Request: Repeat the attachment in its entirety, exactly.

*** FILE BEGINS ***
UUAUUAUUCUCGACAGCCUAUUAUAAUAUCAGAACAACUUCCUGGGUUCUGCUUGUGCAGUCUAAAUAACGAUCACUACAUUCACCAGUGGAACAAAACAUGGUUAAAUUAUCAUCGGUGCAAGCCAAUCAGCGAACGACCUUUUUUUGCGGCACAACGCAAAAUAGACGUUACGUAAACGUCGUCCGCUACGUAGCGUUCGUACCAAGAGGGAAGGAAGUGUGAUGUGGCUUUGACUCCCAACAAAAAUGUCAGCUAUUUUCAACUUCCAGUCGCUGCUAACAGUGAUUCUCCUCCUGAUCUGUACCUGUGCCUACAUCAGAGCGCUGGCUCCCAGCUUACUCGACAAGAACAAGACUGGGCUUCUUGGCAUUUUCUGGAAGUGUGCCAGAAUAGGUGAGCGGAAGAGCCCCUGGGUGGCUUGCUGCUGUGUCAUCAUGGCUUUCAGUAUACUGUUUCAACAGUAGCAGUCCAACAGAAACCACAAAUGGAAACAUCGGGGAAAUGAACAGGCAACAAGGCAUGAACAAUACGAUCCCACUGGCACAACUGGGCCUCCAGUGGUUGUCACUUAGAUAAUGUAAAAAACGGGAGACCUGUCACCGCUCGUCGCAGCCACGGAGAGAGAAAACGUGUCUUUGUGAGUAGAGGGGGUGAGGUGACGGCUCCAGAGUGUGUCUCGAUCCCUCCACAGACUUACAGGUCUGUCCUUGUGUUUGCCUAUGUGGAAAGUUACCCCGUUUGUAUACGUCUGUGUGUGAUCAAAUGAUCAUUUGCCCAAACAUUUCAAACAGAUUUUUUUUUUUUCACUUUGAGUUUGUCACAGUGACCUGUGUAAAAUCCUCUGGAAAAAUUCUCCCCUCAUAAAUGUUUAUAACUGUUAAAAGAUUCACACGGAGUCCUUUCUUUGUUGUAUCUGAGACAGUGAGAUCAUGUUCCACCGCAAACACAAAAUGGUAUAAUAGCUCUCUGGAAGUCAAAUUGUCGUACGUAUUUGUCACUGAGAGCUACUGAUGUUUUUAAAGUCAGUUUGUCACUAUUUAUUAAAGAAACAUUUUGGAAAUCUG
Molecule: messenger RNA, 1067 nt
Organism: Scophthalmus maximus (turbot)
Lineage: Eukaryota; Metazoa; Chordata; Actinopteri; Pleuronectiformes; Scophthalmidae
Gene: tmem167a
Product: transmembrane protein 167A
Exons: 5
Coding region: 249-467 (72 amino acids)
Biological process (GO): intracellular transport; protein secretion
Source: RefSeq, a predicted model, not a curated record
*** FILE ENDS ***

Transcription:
UUAUUAUUCUCGACAGCCUAUUAUAAUAUCAGAACAACUUCCUGGGUUCUGCUUGUGCAGUCUAAAUAACGAUCACUACAUUCACCAGUGGAACAAAACAUGGUUAAAUUAUCAUCGGUGCAAGCCAAUCAGCGAACGACCUUUUUUUGCGGCACAACGCAAAAUAGACGUUACGUAAACGUCGUCCGCUACGUAGCGUUCGUACCAAGAGGGAAGGAAGUGUGAUGUGGCUUUGACUCCCAACAAAAAUGUCAGCUAUUUUCAACUUCCAGUCGCUGCUAACAGUGAUUCUCCUCCUGAUCUGUACCUGUGCCUACAUCAGAGCGCUGGCUCCCAGCUUACUCGACAAGAACAAGACUGGGCUUCUUGGCAUUUUCUGGAAGUGUGCCAGAAUAGGUGAGCGGAAGAGCCCCUGGGUGGCUUGCUGCUGUGUCAUCAUGGCUUUCAGUAUACUGUUUCAACAGUAGCAGUCCAACAGAAACCACAAAUGGAAACAUCGGGGAAAUGAACAGGCAACAAGGCAUGAACAAUACGAUCCCACUGGCACAACUGGGCCUCCAGUGGUUGUCACUUAGAUAAUGUAAAAAACGGGAGACCUGUCACCGCUCGUCGCAGCCACGGAGAGAGAAAACGUGUCUUUGUGAGUAGAGGGGGUGAGGUGACGGCUCCAGAGUGUGUCUCGAUCCCUCCACAGACUUACAGGUCUGUCCUUGUGUUUGCCUAUGUGGAAAGUUACCCCGUUUGUAUACGUCUGUGUGUGAUCAAAUGAUCAUUUGCCCAAACAUUUCAAACAGAUUUUUUUUUUUUCACUUUGAGUUUGUCACAGUGACCUGUGUAAAAUCCUCUGGAAAAAUUCUCCCCUCAUAAAUGUUUAUAACUGUUAAAAGAUUCACACGGAGUCCUUUCUUUGUUGUAUCUGAGACAGUGAGAUCAUGUUCCACCGCAAACACAAAAUGGUAUAAUAGCUCUCUGGAAGUCAAAUUGUCGUACGUAUUUGUCACUGAGAGCUACUGAUGUUUUUAAAGUCAGUUUGUCACUAUUUAUUAAAGAAACAUUUUGGAAAUCUG
Molecule: messenger RNA, 1067 nt
Organism: Scophthalmus maximus (turbot)
Lineage: Eukaryota; Metazoa; Chordata; Actinopteri; Pleuronectiformes; Scophthalmidae
Gene: tmem167a
Product: transmembrane protein 167A
Exons: 5
Coding region: 249-467 (72 amino acids)
Biological process (GO): intracellular transport; protein secretion
Source: RefSeq, a predicted model, not a curated record